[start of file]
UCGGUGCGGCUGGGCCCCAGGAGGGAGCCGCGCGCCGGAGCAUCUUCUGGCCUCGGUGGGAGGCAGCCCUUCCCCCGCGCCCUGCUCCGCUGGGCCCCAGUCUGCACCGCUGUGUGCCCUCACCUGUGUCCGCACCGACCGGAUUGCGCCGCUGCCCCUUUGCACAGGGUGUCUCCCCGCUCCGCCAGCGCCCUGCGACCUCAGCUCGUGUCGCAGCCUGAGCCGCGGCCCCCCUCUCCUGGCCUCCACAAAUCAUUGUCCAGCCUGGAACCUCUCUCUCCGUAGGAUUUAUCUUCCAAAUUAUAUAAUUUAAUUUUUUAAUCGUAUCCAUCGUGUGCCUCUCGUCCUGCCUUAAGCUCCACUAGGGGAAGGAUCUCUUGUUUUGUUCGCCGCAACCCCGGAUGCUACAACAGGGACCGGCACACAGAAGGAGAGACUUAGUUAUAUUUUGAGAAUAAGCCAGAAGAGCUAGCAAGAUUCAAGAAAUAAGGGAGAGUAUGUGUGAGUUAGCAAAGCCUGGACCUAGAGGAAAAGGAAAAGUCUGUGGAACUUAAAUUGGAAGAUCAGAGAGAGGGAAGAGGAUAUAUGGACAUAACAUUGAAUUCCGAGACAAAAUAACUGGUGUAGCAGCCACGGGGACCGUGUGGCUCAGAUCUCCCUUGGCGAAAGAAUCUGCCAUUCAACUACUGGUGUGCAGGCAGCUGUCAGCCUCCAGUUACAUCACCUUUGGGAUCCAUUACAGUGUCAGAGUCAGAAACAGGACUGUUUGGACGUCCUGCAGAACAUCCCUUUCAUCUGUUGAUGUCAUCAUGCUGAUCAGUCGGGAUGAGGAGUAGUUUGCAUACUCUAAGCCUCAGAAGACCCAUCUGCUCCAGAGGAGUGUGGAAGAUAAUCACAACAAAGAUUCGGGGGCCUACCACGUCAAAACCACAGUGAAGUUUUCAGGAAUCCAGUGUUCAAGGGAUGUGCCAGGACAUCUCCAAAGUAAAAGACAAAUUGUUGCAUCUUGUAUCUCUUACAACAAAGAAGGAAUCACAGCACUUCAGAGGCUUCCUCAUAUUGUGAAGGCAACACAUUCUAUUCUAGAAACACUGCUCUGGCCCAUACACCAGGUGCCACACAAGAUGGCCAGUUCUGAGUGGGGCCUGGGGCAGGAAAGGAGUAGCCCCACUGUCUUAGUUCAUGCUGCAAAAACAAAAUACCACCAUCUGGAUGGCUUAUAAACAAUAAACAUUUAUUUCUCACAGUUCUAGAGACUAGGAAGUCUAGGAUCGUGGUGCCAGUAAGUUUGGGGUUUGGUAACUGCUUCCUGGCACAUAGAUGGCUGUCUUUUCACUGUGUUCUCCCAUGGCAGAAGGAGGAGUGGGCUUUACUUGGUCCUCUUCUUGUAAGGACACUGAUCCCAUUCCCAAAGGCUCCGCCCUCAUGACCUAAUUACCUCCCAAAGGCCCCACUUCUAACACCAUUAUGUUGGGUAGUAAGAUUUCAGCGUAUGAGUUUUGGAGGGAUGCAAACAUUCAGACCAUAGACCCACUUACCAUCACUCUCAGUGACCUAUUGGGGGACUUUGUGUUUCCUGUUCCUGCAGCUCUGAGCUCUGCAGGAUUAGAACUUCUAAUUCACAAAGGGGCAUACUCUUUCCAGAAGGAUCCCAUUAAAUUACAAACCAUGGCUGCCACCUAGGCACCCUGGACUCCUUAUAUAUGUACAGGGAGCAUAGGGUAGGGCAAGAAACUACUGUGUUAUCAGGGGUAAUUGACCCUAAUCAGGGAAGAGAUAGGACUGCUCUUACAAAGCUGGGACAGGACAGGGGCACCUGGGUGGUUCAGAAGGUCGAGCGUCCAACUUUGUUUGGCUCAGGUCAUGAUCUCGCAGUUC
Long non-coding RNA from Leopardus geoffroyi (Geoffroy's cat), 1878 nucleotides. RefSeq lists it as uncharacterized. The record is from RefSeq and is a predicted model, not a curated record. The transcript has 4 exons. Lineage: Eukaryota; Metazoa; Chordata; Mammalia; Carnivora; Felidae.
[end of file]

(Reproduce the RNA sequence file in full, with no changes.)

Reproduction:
UCGGUGCGGCUGGGCCCCAGGAGGGAGCCGCGCGCCGGAGCAUCUUCUGGCCUCGGUGGGAGGCAGCCCUUCCCCCGCGCCCUGCUCCGCUGGGCCCCAGUCUGCACCGCUGUGUGCCCUCACCUGUGUCCGCACCGACCGGAUUGCGCCGCUGCCCCUUUGCACAGGGUGUCUCCCCGCUCCGCCAGCGCCCUGCGACCUCAGCUCGUGUCGCAGCCUGAGCCGCGGCCCCCCUCUCCUGGCCUCCACAAAUCAUUGUCCAGCCUGGAACCUCUCUCUCCGUAGGAUUUAUCUUCCAAAUUAUAUAAUUUAAUUUUUUAAUCGUAUCCAUCGUGUGCCUCUCGUCCUGCCUUAAGCUCCACUAGGGGAAGGAUCUCUUGUUUUGUUCGCCGCAACCCCGGAUGCUACAACAGGGACCGGCACACAGAAGGAGAGACUUAGUUAUAUUUUGAGAAUAAGCCAGAAGAGCUAGCAAGAUUCAAGAAAUAAGGGAGAGUAUGUGUGAGUUAGCAAAGCCUGGACCUAGAGGAAAAGGAAAAGUCUGUGGAACUUAAAUUGGAAGAUCAGAGAGAGGGAAGAGGAUAUAUGGACAUAACAUUGAAUUCCGAGACAAAAUAACUGGUGUAGCAGCCACGGGGACCGUGUGGCUCAGAUCUCCCUUGGCGAAAGAAUCUGCCAUUCAACUACUGGUGUGCAGGCAGCUGUCAGCCUCCAGUUACAUCACCUUUGGGAUCCAUUACAGUGUCAGAGUCAGAAACAGGACUGUUUGGACGUCCUGCAGAACAUCCCUUUCAUCUGUUGAUGUCAUCAUGCUGAUCAGUCGGGAUGAGGAGUAGUUUGCAUACUCUAAGCCUCAGAAGACCCAUCUGCUCCAGAGGAGUGUGGAAGAUAAUCACAACAAAGAUUCGGGGGCCUACCACGUCAAAACCACAGUGAAGUUUUCAGGAAUCCAGUGUUCAAGGGAUGUGCCAGGACAUCUCCAAAGUAAAAGACAAAUUGUUGCAUCUUGUAUCUCUUACAACAAAGAAGGAAUCACAGCACUUCAGAGGCUUCCUCAUAUUGUGAAGGCAACACAUUCUAUUCUAGAAACACUGCUCUGGCCCAUACACCAGGUGCCACACAAGAUGGCCAGUUCUGAGUGGGGCCUGGGGCAGGAAAGGAGUAGCCCCACUGUCUUAGUUCAUGCUGCAAAAACAAAAUACCACCAUCUGGAUGGCUUAUAAACAAUAAACAUUUAUUUCUCACAGUUCUAGAGACUAGGAAGUCUAGGAUCGUGGUGCCAGUAAGUUUGGGGUUUGGUAACUGCUUCCUGGCACAUAGAUGGCUGUCUUUUCACUGUGUUCUCCCAUGGCAGAAGGAGGAGUGGGCUUUACUUGGUCCUCUUCUUGUAAGGACACUGAUCCCAUUCCCAAAGGCUCCGCCCUCAUGACCUAAUUACCUCCCAAAGGCCCCACUUCUAACACCAUUAUGUUGGGUAGUAAGAUUUCAGCGUAUGAGUUUUGGAGGGAUGCAAACAUUCAGACCAUAGACCCACUUACCAUCACUCUCAGUGACCUAUUGGGGGACUUUGUGUUUCCUGUUCCUGCAGCUCUGAGCUCUGCAGGAUUAGAACUUCUAAUUCACAAAGGGGCAUACUCUUUCCAGAAGGAUCCCAUUAAAUUACAAACCAUGGCUGCCACCUAGGCACCCUGGACUCCUUAUAUAUGUACAGGGAGCAUAGGGUAGGGCAAGAAACUACUGUGUUAUCAGGGGUAAUUGACCCUAAUCAGGGAAGAGAUAGGACUGCUCUUACAAAGCUGGGACAGGACAGGGGCACCUGGGUGGUUCAGAAGGUCGAGCGUCCAACUUUGUUUGGCUCAGGUCAUGAUCUCGCAGUUC
Long non-coding RNA from Leopardus geoffroyi (Geoffroy's cat), 1878 nucleotides. RefSeq lists it as uncharacterized. The record is from RefSeq and is a predicted model, not a curated record. The transcript has 4 exons. Lineage: Eukaryota; Metazoa; Chordata; Mammalia; Carnivora; Felidae.